dangerous to the citizens. Plaintiff, in the questionnaire, does allege, however, that the employees are
underpaid, which shows us that the questionnaire's tie to supposed understaffing was used merely to gripe
of being overworked and underpaid.
Nor did Plaintiff state that his objection to the physical fitness requirements had to do with the
effectiveness of the fire and rescue squad's performance. The questionnaire instead suggested that employees
should not be fired simply because they could not meet certain physical standards. While Plaintiff did allege
that the current employee turnover rate has a tax impact on the public, this effect is not the kind of dangerous
condition illustrated in Beckwith. Moreover, Plaintiff uses this concern to propel his real inquiry: whether
the candidates would support a longevity system of pay increases.
When read in its totality, the questionnaire had far more to do with Plaintiff's grievances as an
employee than with concerns of a public nature. See Connick, 103 S.Ct. at 1690-91 (questionnaire did not
seek to inform public about actual or potential wrongdoing or breach of public trust and therefore did not
receive First Amendment protection).
Furthermore, Plaintiff limited the questionnaire's audience to candidates who were seeking positions
on the Burke County Board of Commissioners. Because of this limited audience, Plaintiff's argument that
he was addressing a public concern garners less weight in our balancing process. See Morgan v. Ford, 6 F.3d
750, 754 n. 5 (11th Cir.1993) (employee's attempt to make speech public is a relevant factor in public concern
analysis); Johnson v. University of Cincinnati, 215 F.3d 561, 588 (6th Cir.2000) (had plaintiff presented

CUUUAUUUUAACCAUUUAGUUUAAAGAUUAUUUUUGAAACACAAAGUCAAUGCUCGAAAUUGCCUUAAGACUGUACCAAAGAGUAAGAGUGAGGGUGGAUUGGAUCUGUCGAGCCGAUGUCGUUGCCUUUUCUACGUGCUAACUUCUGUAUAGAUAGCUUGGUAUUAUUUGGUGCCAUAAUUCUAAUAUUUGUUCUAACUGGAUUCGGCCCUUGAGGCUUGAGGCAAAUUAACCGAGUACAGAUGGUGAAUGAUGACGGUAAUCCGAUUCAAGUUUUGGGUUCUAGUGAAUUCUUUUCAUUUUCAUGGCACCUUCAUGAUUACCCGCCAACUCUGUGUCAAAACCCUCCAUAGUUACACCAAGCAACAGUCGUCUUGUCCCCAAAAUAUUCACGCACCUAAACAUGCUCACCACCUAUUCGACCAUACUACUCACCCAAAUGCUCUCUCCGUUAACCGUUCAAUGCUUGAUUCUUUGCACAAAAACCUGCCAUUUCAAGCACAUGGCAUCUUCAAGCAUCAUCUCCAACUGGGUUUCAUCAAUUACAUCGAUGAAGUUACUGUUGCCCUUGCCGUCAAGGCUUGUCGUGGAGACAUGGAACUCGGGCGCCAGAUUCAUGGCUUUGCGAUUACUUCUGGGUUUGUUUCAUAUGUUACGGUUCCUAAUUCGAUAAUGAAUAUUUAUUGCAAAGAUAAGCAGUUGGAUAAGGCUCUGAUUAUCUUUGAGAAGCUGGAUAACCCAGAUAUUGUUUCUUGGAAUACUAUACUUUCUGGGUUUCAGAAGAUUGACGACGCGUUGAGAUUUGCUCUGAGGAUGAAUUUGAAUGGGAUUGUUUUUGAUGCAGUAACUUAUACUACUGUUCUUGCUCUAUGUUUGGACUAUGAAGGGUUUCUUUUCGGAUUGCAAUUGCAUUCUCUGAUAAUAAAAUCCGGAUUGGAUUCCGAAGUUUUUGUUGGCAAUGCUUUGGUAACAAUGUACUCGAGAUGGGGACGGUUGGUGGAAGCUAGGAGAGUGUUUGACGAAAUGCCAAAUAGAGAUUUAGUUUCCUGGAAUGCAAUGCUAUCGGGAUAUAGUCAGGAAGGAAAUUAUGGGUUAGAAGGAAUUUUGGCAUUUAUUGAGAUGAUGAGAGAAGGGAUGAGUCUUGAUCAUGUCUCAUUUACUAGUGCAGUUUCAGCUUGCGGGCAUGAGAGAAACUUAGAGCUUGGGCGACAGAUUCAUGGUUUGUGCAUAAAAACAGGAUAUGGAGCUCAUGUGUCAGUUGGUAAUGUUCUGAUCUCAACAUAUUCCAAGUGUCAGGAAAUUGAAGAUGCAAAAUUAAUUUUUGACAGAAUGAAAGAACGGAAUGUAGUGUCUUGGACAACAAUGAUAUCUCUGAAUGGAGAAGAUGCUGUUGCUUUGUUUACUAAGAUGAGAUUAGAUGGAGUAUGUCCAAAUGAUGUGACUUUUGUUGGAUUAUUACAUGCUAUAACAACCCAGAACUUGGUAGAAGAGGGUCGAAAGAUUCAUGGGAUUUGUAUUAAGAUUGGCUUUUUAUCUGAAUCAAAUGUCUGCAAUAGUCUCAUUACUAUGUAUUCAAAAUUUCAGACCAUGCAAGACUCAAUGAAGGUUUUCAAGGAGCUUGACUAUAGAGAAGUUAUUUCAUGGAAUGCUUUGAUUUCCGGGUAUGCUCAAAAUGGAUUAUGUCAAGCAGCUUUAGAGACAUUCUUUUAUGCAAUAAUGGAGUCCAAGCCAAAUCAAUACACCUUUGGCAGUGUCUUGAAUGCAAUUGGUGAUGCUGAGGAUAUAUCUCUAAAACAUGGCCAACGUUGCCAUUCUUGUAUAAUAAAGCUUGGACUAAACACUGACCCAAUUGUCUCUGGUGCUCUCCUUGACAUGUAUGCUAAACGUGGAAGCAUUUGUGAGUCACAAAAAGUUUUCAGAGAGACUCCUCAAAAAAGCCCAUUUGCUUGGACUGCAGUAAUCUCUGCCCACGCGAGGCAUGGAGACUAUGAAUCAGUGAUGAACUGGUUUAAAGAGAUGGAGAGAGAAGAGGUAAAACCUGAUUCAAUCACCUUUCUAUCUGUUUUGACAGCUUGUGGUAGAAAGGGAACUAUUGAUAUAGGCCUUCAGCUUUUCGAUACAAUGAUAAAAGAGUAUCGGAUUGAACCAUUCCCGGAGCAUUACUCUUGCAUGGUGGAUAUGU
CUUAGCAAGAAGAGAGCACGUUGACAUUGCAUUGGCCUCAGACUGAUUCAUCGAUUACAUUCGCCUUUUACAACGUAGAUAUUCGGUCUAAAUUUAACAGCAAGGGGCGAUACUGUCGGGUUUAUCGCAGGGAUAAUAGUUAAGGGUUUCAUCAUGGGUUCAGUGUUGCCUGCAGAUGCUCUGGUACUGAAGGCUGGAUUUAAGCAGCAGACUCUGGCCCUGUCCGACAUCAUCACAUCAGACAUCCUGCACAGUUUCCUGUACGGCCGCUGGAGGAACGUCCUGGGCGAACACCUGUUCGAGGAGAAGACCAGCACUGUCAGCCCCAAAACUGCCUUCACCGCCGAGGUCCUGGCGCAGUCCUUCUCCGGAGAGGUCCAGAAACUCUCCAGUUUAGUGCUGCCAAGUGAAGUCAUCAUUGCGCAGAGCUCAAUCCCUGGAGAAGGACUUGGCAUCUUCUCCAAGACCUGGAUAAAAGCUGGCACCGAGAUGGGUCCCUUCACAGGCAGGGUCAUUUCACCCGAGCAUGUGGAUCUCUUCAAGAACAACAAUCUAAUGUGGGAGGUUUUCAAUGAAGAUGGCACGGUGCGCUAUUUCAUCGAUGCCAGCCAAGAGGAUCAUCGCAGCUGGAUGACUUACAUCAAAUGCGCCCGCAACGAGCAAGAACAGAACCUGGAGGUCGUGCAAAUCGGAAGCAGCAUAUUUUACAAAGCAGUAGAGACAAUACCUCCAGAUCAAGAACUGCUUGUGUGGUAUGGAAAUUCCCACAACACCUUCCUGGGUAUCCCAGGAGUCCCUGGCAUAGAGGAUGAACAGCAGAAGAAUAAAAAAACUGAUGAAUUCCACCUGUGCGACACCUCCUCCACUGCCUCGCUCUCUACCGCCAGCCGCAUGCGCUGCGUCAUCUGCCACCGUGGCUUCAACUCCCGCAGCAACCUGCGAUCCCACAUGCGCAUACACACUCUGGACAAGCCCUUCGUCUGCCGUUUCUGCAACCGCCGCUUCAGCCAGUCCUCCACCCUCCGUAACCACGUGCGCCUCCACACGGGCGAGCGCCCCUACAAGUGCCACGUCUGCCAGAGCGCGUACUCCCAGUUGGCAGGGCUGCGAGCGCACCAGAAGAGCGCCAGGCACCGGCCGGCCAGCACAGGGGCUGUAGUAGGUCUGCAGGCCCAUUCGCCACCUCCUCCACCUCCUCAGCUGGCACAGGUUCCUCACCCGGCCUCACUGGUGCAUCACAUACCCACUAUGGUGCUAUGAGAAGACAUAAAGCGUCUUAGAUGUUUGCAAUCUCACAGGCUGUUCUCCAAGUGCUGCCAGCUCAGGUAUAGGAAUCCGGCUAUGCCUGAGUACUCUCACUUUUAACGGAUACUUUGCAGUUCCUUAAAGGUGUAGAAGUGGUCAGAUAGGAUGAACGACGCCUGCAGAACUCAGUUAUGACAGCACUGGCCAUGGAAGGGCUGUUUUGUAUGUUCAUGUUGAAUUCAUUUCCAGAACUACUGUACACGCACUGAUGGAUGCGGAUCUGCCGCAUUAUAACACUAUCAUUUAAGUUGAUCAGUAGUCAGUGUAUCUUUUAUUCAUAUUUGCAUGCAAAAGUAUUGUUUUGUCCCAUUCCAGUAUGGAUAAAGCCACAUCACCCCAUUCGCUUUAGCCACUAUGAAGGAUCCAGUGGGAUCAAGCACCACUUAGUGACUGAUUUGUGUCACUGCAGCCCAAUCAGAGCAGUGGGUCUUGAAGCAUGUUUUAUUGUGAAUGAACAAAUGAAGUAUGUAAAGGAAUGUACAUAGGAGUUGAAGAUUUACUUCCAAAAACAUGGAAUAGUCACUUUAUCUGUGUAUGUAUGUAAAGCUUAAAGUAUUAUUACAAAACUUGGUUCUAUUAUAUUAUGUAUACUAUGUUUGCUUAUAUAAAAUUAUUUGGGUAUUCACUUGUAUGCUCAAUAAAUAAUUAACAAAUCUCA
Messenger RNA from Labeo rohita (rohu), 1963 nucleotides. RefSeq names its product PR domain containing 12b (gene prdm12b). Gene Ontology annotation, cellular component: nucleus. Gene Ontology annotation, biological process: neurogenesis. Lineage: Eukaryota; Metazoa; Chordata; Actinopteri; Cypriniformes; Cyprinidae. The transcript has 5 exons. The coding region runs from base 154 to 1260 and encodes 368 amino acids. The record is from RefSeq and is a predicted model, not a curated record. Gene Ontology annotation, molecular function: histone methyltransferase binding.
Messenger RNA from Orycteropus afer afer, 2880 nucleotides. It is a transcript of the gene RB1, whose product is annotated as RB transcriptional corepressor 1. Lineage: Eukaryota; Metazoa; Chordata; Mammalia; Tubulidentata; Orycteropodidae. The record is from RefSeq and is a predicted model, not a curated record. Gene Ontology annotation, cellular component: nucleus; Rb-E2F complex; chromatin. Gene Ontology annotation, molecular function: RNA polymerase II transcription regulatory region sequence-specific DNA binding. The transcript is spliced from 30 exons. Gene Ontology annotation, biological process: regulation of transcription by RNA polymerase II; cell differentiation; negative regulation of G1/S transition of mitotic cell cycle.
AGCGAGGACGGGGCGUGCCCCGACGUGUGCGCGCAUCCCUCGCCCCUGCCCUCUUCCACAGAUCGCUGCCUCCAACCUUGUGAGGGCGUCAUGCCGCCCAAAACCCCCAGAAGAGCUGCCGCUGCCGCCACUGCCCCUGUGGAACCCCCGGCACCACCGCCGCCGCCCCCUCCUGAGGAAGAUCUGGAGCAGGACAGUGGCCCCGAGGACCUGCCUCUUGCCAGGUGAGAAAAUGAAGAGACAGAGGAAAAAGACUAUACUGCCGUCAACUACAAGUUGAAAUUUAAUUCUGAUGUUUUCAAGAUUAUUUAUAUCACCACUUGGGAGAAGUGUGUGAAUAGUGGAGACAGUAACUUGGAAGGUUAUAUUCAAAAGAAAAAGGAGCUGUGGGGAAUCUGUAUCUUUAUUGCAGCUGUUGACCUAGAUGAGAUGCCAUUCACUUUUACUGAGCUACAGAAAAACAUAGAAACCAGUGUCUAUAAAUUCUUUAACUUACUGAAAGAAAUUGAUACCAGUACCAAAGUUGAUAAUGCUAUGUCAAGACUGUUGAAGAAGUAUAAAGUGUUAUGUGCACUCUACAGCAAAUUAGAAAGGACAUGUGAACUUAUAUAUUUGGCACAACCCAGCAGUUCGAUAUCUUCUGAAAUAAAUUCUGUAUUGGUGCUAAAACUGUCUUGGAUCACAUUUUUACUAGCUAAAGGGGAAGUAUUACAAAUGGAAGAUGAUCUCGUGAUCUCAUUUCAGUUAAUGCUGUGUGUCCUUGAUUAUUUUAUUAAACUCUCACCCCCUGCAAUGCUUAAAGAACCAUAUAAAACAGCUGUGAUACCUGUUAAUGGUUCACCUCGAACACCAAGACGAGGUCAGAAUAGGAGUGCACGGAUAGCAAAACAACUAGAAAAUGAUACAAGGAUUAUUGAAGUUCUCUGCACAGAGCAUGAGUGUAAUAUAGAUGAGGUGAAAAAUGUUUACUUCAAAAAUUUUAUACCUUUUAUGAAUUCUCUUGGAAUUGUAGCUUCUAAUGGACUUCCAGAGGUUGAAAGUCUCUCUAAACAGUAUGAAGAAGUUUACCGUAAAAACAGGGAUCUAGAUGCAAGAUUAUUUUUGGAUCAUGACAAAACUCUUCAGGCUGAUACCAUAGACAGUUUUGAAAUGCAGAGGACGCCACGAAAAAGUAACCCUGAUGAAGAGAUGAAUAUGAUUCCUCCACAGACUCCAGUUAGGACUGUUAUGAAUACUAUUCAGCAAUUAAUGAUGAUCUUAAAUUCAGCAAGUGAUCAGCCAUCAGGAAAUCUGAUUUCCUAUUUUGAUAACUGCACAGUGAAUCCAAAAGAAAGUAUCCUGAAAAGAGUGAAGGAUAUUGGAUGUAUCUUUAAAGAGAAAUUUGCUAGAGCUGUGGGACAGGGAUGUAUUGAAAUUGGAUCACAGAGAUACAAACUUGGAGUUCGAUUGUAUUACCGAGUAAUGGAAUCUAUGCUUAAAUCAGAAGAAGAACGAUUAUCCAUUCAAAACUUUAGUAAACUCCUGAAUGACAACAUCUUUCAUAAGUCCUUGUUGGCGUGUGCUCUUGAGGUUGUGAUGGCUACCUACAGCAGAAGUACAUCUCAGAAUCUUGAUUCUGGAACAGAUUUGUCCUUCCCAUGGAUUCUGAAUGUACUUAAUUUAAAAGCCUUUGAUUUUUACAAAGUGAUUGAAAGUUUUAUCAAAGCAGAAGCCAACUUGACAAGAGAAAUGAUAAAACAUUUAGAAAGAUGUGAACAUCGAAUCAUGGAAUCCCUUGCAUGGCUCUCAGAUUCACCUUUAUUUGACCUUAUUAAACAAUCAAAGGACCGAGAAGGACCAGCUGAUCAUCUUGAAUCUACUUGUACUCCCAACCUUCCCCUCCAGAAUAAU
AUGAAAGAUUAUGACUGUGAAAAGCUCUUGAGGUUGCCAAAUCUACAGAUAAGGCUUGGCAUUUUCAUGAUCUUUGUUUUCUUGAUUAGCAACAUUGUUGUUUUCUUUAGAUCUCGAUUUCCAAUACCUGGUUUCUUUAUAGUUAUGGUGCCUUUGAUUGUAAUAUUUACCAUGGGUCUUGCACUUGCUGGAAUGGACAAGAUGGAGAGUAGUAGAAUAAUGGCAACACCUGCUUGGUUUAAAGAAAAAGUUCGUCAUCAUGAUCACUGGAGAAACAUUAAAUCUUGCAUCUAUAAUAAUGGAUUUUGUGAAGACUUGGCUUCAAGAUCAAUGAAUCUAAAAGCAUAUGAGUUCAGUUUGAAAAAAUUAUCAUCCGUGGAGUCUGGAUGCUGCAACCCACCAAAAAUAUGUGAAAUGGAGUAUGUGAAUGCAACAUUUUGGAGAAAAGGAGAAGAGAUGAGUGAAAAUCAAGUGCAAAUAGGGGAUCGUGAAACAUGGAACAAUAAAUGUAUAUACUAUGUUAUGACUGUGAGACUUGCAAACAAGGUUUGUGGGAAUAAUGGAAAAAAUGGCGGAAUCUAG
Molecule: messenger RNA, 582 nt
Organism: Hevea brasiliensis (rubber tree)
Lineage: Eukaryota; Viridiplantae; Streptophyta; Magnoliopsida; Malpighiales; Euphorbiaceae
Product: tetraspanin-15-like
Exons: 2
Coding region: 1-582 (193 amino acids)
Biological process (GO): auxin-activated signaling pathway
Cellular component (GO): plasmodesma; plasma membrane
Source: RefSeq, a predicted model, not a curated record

concerns in public venue, instead of letter to president and Board of trustees, balancing would have weighed
in plaintiff's favor) (Kennedy J., concurring and dissenting); Brewster v. Bd. of Educ., 149 F.3d 971, 981 (9th
Cir.1998) (speech directed at limited audience weighs against protected speech).
Whatever Plaintiff's intentions, we conclude, as a matter of law, that his questionnaire did not present
the kind of speech that was of great public concern for the Pickering balancing test.
The government, acting as employer, is afforded broad discretion for its acts. See Johnson v. Clifton,
74 F.3d 1087, 1092 (11th Cir.1996). Defendant argues that it has a legitimate interest in ensuring that
Plaintiff "maintain[s] public confidence in the ability of [the Burke County fire and rescue services] to carry
out its public safety mission." We accept this as a compelling and legitimate government interest. See
Connick, 103 S.Ct. at 1692 (government has a "legitimate purpose in promoting efficiency and integrity in
the discharge of official duties, and to maintain proper discipline in the public service.") (citation omitted).